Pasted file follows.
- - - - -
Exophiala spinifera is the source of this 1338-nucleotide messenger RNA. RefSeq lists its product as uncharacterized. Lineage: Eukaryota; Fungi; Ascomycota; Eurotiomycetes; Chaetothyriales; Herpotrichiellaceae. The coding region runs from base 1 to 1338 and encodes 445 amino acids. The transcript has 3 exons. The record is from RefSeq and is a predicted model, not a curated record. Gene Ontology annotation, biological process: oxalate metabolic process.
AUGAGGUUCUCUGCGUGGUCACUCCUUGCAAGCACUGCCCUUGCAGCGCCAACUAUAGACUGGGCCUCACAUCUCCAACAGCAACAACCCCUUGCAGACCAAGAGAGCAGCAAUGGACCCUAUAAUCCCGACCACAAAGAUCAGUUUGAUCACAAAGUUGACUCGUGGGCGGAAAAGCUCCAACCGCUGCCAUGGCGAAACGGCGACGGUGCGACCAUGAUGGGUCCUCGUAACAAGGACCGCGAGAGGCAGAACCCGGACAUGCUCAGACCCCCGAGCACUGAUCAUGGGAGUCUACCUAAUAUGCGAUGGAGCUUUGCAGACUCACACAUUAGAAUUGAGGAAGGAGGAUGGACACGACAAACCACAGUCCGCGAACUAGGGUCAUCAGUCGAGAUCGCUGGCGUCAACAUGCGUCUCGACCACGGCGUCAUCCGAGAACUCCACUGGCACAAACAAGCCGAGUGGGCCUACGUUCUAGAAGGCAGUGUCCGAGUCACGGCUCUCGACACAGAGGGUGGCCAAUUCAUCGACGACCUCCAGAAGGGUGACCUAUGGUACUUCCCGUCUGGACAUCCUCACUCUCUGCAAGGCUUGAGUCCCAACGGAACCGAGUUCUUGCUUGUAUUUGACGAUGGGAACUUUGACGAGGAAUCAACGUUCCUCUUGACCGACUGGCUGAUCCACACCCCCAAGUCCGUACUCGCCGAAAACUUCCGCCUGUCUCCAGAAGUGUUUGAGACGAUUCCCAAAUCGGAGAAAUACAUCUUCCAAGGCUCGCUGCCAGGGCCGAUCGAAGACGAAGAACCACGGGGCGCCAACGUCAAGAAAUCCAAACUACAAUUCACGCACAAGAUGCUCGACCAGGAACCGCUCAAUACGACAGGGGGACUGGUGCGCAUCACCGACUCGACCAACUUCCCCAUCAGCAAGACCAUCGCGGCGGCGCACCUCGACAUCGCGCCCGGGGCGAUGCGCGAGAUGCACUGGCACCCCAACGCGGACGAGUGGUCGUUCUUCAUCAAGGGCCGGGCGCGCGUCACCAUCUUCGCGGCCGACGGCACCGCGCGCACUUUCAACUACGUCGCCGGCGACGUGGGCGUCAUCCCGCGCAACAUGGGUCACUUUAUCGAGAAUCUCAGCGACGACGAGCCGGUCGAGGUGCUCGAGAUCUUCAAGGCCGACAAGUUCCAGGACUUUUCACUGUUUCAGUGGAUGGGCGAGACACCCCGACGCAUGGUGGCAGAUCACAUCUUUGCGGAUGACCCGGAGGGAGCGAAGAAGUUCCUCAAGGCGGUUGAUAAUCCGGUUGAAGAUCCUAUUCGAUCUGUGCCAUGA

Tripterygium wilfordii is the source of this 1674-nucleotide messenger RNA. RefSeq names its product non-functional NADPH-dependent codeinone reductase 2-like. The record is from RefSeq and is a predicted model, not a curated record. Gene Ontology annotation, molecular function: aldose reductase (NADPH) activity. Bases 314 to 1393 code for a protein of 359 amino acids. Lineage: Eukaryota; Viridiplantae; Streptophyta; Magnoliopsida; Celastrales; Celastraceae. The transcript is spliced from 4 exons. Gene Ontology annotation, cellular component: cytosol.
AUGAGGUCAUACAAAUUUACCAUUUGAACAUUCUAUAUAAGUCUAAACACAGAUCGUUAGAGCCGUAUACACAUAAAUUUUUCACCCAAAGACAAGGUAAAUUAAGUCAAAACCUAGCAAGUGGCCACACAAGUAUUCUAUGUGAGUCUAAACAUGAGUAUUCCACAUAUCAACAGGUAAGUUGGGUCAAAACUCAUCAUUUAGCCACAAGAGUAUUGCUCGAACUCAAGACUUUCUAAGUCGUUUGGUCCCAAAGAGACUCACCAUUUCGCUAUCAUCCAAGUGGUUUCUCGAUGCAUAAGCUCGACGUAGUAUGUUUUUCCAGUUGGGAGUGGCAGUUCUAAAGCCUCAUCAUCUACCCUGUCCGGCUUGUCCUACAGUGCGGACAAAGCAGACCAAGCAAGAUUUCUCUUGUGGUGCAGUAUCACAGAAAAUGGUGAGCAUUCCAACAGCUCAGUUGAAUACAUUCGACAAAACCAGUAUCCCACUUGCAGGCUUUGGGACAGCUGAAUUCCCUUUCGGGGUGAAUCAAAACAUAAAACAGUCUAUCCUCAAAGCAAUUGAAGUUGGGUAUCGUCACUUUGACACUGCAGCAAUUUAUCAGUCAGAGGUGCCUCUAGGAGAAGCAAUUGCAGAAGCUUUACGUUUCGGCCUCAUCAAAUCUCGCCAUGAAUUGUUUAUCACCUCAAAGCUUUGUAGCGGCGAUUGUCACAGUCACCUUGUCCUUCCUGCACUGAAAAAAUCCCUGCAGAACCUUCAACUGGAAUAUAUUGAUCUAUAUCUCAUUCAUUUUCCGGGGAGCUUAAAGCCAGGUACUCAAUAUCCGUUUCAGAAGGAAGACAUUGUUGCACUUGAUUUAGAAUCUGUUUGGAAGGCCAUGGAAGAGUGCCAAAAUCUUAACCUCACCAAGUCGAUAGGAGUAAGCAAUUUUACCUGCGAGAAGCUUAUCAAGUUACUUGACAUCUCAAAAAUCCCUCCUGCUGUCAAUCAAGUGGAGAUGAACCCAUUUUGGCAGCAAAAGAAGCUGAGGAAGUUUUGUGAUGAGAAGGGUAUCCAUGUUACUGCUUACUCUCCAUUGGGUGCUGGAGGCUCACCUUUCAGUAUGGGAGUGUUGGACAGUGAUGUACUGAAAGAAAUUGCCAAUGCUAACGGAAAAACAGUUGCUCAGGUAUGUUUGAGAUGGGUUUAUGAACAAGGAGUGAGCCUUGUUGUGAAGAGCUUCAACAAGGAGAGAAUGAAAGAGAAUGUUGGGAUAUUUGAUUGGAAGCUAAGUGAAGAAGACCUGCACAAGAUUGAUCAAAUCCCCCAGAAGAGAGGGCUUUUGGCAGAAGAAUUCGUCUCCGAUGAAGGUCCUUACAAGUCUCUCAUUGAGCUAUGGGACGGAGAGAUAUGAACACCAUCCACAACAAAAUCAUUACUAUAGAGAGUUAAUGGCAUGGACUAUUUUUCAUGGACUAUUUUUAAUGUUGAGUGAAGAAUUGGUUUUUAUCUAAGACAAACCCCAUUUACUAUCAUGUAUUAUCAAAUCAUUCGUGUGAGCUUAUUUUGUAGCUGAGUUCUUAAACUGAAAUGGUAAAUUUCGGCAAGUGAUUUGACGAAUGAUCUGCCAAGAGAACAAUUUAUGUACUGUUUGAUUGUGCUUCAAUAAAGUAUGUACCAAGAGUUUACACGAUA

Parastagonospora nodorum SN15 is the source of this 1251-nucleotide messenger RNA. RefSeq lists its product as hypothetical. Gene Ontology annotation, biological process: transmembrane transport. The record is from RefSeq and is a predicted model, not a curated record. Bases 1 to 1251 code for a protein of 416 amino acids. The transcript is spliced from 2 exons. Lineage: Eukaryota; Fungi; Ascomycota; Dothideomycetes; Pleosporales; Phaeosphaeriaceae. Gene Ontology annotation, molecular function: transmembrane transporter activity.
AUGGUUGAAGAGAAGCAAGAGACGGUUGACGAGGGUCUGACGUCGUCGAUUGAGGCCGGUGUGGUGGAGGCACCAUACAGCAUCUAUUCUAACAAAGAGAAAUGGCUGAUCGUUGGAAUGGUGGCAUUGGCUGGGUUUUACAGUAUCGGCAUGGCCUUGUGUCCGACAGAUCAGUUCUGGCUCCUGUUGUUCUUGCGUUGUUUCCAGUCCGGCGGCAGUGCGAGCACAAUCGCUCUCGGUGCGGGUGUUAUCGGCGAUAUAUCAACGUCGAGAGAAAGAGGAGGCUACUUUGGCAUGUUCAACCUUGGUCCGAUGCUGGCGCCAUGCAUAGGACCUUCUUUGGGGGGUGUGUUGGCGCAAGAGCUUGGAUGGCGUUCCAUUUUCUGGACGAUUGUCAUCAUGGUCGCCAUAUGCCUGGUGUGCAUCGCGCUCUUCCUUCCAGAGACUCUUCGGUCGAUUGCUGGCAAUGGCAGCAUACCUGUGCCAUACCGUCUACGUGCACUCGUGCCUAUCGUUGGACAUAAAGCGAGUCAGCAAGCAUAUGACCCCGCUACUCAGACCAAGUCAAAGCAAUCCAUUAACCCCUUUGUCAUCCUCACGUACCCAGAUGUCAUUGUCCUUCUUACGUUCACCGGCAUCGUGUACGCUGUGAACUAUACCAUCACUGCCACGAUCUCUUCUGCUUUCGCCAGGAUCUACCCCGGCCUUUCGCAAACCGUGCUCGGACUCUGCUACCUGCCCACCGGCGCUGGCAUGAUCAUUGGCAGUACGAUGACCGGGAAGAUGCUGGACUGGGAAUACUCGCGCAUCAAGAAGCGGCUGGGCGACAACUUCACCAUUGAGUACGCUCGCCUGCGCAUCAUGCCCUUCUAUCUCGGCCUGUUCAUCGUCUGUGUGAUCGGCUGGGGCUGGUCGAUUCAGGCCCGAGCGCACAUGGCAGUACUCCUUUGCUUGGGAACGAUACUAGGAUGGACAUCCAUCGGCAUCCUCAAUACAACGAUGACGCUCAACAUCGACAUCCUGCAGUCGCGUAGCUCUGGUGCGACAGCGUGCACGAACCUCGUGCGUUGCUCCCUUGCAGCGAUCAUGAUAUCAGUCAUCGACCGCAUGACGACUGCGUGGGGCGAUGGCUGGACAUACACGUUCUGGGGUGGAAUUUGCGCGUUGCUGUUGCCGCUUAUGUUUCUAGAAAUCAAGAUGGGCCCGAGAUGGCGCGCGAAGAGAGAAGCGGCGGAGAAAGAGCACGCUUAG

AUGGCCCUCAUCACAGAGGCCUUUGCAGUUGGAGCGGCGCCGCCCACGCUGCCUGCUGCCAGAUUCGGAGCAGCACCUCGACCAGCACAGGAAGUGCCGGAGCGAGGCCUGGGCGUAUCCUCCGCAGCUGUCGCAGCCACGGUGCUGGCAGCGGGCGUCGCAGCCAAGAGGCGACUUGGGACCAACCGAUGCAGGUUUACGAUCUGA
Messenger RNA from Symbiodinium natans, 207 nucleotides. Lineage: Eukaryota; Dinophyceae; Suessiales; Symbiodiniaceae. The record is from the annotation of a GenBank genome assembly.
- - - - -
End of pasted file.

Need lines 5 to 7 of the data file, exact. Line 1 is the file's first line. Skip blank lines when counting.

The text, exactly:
Parastagonospora nodorum SN15 is the source of this 1251-nucleotide messenger RNA. RefSeq lists its product as hypothetical. Gene Ontology annotation, biological process: transmembrane transport. The record is from RefSeq and is a predicted model, not a curated record. Bases 1 to 1251 code for a protein of 416 amino acids. The transcript is spliced from 2 exons. Lineage: Eukaryota; Fungi; Ascomycota; Dothideomycetes; Pleosporales; Phaeosphaeriaceae. Gene Ontology annotation, molecular function: transmembrane transporter activity.
AUGGUUGAAGAGAAGCAAGAGACGGUUGACGAGGGUCUGACGUCGUCGAUUGAGGCCGGUGUGGUGGAGGCACCAUACAGCAUCUAUUCUAACAAAGAGAAAUGGCUGAUCGUUGGAAUGGUGGCAUUGGCUGGGUUUUACAGUAUCGGCAUGGCCUUGUGUCCGACAGAUCAGUUCUGGCUCCUGUUGUUCUUGCGUUGUUUCCAGUCCGGCGGCAGUGCGAGCACAAUCGCUCUCGGUGCGGGUGUUAUCGGCGAUAUAUCAACGUCGAGAGAAAGAGGAGGCUACUUUGGCAUGUUCAACCUUGGUCCGAUGCUGGCGCCAUGCAUAGGACCUUCUUUGGGGGGUGUGUUGGCGCAAGAGCUUGGAUGGCGUUCCAUUUUCUGGACGAUUGUCAUCAUGGUCGCCAUAUGCCUGGUGUGCAUCGCGCUCUUCCUUCCAGAGACUCUUCGGUCGAUUGCUGGCAAUGGCAGCAUACCUGUGCCAUACCGUCUACGUGCACUCGUGCCUAUCGUUGGACAUAAAGCGAGUCAGCAAGCAUAUGACCCCGCUACUCAGACCAAGUCAAAGCAAUCCAUUAACCCCUUUGUCAUCCUCACGUACCCAGAUGUCAUUGUCCUUCUUACGUUCACCGGCAUCGUGUACGCUGUGAACUAUACCAUCACUGCCACGAUCUCUUCUGCUUUCGCCAGGAUCUACCCCGGCCUUUCGCAAACCGUGCUCGGACUCUGCUACCUGCCCACCGGCGCUGGCAUGAUCAUUGGCAGUACGAUGACCGGGAAGAUGCUGGACUGGGAAUACUCGCGCAUCAAGAAGCGGCUGGGCGACAACUUCACCAUUGAGUACGCUCGCCUGCGCAUCAUGCCCUUCUAUCUCGGCCUGUUCAUCGUCUGUGUGAUCGGCUGGGGCUGGUCGAUUCAGGCCCGAGCGCACAUGGCAGUACUCCUUUGCUUGGGAACGAUACUAGGAUGGACAUCCAUCGGCAUCCUCAAUACAACGAUGACGCUCAACAUCGACAUCCUGCAGUCGCGUAGCUCUGGUGCGACAGCGUGCACGAACCUCGUGCGUUGCUCCCUUGCAGCGAUCAUGAUAUCAGUCAUCGACCGCAUGACGACUGCGUGGGGCGAUGGCUGGACAUACACGUUCUGGGGUGGAAUUUGCGCGUUGCUGUUGCCGCUUAUGUUUCUAGAAAUCAAGAUGGGCCCGAGAUGGCGCGCGAAGAGAGAAGCGGCGGAGAAAGAGCACGCUUAG

AUGGCCCUCAUCACAGAGGCCUUUGCAGUUGGAGCGGCGCCGCCCACGCUGCCUGCUGCCAGAUUCGGAGCAGCACCUCGACCAGCACAGGAAGUGCCGGAGCGAGGCCUGGGCGUAUCCUCCGCAGCUGUCGCAGCCACGGUGCUGGCAGCGGGCGUCGCAGCCAAGAGGCGACUUGGGACCAACCGAUGCAGGUUUACGAUCUGA